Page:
Vassar College Digital Library
Street harassment, or sexual harassment in public places, is widely experienced by women and queer individuals as they move through cities across the globe. As a form of gender-based violence, street harassment prevents those who experience it from full participation in their cities, gendering access to and mobility in public space. Street harassment has implications for equity across genders with regards to the right to the city. This thesis explores the challenges of combatting street harassment through an examination of the creation of Hollaback!, a blog turned social movement organization based in New York City.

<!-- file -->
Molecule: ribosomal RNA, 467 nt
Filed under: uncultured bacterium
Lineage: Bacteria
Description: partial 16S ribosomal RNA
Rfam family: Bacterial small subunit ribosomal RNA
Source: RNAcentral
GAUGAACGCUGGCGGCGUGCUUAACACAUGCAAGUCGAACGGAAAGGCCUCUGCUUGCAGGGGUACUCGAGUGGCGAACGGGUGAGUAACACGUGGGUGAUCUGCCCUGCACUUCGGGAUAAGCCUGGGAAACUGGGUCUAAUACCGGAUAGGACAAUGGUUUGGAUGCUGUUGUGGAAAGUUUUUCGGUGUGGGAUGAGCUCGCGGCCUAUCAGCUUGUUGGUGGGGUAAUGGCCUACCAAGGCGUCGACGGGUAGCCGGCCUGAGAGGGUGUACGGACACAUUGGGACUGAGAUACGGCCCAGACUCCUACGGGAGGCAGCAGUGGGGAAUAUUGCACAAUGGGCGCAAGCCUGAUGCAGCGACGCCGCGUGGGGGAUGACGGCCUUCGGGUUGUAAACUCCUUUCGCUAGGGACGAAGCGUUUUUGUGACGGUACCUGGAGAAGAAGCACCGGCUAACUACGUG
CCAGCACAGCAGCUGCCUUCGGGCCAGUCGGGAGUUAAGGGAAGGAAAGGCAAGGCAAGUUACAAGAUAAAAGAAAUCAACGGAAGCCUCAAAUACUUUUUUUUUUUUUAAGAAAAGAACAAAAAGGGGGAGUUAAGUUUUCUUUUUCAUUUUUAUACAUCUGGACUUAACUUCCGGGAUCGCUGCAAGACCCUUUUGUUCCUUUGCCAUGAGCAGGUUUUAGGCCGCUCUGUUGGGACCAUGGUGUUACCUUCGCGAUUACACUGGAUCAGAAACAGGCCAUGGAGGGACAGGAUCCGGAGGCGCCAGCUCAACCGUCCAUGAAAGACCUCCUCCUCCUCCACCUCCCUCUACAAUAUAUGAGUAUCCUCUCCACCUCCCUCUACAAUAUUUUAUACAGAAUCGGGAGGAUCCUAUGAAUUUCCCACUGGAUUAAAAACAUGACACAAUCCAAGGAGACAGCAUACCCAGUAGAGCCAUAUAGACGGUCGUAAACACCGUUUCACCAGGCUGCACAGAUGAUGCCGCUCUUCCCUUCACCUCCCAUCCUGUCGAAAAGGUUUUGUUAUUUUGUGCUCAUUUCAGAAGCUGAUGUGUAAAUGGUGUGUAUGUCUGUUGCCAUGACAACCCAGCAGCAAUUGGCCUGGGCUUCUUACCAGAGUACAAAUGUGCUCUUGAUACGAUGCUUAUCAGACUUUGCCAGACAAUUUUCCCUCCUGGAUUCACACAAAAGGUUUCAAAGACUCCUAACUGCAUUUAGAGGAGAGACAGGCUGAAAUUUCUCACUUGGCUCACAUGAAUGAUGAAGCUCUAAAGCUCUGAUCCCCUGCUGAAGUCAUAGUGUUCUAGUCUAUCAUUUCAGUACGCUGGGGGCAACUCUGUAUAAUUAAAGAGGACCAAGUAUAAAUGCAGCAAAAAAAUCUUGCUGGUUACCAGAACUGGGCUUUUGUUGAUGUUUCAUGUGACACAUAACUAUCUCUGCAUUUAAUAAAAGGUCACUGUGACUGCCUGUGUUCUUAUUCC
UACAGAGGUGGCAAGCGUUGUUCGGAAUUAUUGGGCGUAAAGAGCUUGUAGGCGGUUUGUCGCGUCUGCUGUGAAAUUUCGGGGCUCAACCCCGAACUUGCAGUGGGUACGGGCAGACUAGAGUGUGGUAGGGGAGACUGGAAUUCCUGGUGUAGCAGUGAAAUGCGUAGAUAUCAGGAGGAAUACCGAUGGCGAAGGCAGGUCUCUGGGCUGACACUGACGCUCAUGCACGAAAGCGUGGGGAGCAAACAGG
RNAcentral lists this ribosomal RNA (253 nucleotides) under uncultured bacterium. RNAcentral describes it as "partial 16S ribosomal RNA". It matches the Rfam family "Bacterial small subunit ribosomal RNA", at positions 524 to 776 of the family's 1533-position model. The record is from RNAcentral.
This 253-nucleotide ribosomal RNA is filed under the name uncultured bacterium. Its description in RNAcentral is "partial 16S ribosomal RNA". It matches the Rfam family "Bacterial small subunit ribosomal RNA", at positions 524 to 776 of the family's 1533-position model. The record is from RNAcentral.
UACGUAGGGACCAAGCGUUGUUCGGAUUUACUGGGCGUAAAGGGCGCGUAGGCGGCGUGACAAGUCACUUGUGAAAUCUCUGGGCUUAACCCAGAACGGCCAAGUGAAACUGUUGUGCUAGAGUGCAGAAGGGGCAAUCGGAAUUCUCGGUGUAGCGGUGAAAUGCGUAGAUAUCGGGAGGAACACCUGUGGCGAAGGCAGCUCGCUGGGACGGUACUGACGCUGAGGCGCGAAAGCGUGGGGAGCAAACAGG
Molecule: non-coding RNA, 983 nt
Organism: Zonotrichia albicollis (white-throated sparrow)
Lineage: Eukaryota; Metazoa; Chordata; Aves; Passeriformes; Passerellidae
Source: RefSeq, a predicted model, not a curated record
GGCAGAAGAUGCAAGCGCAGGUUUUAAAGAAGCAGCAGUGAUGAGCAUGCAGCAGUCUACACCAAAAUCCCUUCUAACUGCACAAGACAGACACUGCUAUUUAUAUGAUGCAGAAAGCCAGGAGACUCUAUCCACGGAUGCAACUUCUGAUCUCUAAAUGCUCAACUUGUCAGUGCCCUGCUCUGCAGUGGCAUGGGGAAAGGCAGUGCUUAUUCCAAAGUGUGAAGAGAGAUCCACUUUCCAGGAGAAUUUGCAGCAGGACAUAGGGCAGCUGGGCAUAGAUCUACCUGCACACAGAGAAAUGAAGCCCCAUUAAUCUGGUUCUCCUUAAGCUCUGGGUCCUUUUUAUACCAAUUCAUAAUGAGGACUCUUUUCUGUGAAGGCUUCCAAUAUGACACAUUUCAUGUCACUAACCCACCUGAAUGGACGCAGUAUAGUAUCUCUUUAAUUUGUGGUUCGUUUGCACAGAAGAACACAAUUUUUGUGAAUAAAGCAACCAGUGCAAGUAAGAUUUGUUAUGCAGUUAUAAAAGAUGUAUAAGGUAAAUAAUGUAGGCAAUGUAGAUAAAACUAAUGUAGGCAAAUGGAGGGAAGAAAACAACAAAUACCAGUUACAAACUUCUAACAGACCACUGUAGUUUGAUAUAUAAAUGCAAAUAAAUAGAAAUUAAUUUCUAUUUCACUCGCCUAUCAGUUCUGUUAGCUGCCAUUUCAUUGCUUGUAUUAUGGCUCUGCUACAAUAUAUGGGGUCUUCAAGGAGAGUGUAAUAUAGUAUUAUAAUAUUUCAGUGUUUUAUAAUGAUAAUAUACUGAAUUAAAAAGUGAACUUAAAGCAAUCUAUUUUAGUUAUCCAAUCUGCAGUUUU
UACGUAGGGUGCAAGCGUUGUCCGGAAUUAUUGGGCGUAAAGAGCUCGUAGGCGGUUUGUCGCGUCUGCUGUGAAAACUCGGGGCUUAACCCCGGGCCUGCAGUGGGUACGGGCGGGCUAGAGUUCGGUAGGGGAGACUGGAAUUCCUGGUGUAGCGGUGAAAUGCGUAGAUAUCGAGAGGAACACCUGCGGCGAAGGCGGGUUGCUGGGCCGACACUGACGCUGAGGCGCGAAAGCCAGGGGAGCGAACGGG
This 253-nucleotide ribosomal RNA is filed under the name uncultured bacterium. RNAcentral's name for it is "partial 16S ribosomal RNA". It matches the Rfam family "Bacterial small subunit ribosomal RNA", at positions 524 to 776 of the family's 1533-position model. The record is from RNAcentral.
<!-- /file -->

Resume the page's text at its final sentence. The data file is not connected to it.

Hollaback! began addressing street harassment through the collection of personal stories, formation of a cyber community, and presentation of a model for response to harassment based on subverting the hostile male gaze through documentation and surveillance. Throughout, Hollaback! operated with the intent of translating their online innovations into an altered geography of access and safety for women and queer individuals in New York. I ask, what does Hollaback!'s choice of a web-based response to street harassment tell us about urban space and resistance in the internet age? Though problematically uncritical of the technology they employ, I find that Hollaback! has innovated novel ways to connect physically disparate actors and implement initiatives against street harassment on the ground in New York City. However, a substantial amount of work remains in researching the effectiveness of Hollaback!'s model for response.
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